Rain or shine, Somora Cidoine, 27, was determined to cast her vote in person on Saturday. The fate of her noncitizen family and friends rested on her ballot.
“I’m not happy with the lack of leadership in this country and especially in this community. Trump is looking to deport the TPS (Temporary Protected Status) holders here. I want a change in immigration policies,” said the Haitian-born voter.
Like Cidoine, many millennial voters have realized what’s at stake this election. A recent report released by Tufts University researchers reveals that more than 3 million young voters (aged 18 to 29) have voted early or mailed in their ballots, with the majority being from battleground states. The seemingly voting-apathetic generation was largely motivated by youth-led movements, data scientist Rey Junco disclosed.
Vote the Future is among one of the youth-targeted efforts working to increase voter turnout this election. The campaign partnered with the Overtown Youth Center and Miami Vote Float to inspire low-turnout precincts through lively entertainment on national Vote Early Day on Oct. 24. Prior to the start of early voting, the group was responsible for motivating 200 millennial voters to become civically engaged.
On Saturday, local artists, live DJs, floats and marching bands made special appearances at 14 polling locations across Miami-Dade County.
At North Miami Public library, Cidoine and other voters were greeted by Luckner “Lucky” Bruno’s festive dance performance on stilts. Onlookers were delighted by the performance after risking long wait times associated with the wrapped-around lines the library saw in the first week of early voting.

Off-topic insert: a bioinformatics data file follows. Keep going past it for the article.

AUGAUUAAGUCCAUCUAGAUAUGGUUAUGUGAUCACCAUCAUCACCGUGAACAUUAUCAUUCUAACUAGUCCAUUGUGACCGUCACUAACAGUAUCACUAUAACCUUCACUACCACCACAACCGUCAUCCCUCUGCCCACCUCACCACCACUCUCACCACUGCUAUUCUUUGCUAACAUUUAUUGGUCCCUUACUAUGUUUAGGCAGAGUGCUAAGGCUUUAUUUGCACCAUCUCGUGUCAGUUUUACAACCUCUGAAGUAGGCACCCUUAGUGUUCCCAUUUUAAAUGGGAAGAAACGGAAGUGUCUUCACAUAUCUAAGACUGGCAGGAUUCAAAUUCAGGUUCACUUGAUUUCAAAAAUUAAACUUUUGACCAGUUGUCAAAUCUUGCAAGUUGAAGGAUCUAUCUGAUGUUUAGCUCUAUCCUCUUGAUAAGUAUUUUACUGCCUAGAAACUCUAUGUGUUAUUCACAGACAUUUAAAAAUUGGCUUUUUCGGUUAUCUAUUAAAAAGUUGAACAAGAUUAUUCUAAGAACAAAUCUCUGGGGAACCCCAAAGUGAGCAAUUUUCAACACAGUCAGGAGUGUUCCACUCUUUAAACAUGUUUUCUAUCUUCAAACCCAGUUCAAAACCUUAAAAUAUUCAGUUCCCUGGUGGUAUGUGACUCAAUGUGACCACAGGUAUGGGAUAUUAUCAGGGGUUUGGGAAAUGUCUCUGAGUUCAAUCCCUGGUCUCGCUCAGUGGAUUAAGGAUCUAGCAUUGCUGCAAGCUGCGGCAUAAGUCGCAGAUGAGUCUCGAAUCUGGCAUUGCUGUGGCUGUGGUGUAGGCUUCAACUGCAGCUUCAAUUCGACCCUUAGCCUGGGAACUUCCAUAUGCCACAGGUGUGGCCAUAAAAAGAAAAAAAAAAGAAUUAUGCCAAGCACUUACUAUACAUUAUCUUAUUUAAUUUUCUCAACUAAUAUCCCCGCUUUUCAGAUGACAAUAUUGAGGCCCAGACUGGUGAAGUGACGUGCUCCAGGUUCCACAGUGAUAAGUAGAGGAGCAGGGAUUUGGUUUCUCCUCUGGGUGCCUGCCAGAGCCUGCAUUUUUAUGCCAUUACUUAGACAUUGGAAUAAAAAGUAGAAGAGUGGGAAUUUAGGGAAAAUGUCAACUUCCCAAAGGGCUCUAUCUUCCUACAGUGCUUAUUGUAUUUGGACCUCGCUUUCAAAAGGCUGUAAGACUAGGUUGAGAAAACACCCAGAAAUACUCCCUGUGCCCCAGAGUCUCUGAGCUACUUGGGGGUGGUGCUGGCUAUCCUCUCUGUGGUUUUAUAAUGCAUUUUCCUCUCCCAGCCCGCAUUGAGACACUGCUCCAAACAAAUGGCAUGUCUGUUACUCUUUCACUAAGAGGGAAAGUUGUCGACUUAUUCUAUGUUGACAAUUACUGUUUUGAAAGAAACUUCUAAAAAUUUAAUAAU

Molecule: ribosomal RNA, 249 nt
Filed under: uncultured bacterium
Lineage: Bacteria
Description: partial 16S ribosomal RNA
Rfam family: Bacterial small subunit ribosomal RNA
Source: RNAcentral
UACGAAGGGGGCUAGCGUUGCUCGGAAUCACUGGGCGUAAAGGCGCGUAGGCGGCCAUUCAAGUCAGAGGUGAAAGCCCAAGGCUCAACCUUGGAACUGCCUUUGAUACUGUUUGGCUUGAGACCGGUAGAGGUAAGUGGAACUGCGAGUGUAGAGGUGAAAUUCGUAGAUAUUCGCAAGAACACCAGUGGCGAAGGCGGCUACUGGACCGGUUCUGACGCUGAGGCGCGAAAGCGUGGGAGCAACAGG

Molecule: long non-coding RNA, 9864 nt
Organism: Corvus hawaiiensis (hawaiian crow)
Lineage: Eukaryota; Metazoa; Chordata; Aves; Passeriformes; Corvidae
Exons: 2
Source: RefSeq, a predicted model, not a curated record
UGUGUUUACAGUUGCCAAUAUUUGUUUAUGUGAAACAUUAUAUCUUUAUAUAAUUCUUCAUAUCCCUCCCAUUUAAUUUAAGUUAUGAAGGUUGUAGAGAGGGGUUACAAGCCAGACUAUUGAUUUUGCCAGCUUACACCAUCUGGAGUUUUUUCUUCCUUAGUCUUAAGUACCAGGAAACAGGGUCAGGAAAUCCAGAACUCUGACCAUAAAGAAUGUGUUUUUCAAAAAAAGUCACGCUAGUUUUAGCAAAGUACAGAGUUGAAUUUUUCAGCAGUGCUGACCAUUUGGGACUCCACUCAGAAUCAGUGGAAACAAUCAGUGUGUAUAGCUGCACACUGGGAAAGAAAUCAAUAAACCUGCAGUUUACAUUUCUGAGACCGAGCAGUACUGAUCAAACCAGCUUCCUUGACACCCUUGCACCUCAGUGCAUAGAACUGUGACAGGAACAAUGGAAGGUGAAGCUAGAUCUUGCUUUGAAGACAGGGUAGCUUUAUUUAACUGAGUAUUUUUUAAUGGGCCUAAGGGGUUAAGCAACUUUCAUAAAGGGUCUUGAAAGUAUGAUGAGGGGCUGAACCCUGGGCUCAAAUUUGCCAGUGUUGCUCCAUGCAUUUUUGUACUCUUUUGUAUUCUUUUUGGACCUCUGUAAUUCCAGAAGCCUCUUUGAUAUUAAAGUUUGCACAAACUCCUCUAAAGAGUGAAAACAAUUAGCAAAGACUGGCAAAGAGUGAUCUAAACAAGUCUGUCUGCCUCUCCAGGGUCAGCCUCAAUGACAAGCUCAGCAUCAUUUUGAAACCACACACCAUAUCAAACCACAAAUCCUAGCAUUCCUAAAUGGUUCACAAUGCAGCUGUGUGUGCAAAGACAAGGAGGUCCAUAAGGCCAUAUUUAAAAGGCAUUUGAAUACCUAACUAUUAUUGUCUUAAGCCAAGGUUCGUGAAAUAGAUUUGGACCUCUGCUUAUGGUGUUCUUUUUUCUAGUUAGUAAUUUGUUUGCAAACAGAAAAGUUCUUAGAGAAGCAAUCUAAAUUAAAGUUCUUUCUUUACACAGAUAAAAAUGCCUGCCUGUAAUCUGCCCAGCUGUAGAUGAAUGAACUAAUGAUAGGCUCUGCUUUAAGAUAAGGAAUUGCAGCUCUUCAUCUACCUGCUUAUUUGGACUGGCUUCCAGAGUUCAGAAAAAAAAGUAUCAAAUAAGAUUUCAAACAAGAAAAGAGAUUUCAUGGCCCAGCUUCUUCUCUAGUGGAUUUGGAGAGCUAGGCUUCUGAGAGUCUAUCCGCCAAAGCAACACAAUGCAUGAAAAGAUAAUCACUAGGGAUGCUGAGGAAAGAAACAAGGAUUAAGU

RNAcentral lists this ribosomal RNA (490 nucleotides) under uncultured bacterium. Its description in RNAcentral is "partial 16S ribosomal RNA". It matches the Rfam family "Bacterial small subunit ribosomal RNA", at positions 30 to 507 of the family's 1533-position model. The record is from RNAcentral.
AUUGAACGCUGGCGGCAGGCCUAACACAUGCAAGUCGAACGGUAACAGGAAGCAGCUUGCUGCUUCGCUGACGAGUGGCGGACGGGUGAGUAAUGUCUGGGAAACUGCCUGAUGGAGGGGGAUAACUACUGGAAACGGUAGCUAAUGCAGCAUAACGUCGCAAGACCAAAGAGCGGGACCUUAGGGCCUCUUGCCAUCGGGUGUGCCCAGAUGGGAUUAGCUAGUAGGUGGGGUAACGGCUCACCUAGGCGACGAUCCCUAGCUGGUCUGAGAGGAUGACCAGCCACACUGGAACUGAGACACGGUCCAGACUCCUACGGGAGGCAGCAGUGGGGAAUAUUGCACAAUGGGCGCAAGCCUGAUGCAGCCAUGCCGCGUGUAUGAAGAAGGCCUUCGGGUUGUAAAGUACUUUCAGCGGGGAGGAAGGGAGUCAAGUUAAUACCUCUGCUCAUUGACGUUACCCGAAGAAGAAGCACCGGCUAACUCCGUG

North Miami resident Kassandra Timothe informed The Miami Times that the library’s history of long voting lines never seemed to discourage voters in the community.
“The voting wing is named after [then 102-year-old] Desiline Victor, who stood several hours in line to vote in the 2012 presidential election. She was honored by Obama for her courage. We will probably see groundbreaking turnouts here,” she said.
Now, North Miami seems be reflecting Victor’s determination in this election.
“As someone who lived here, worked here and socialized here, this is home, and I hope to affect real change. [Voters] need to feel like the city is listening to them,” said Timothe, whose willingness to be civically involved drove her decision to run for North Miami City Council next year.
Tracey Sellers-Montgomery, mother to Seattle Seahawks quarterback Geno Smith, showed support for early voting initiatives by joining attempts to engage the crowds.
Miami Dade College (MDC) North Campus also exhibited a similar level of enthusiasm, with a marching band performance by South Florida’s only HBCU – Florida Memorial University – in a “Battle to the Polls” event between inner-city high schools.
Longtime rivals Miami Norland, Northwestern, Central and Edison senior high schools led a school spirit-filled caravan of students, teachers and alumni who would drop off their ballots or cast their in-person vote at the college.
“It was important for me to show up so [my] students can see the power of their voice. We, as the alumni, we vote, but now we have to get the youth to come out and vote,” said Yolette Mezadieu of Edison’s magnet Academy of Finance and Entrepreneurship. “It brings joy to my heart to see young kids engaged because they’ll be the ones making changes in the future.”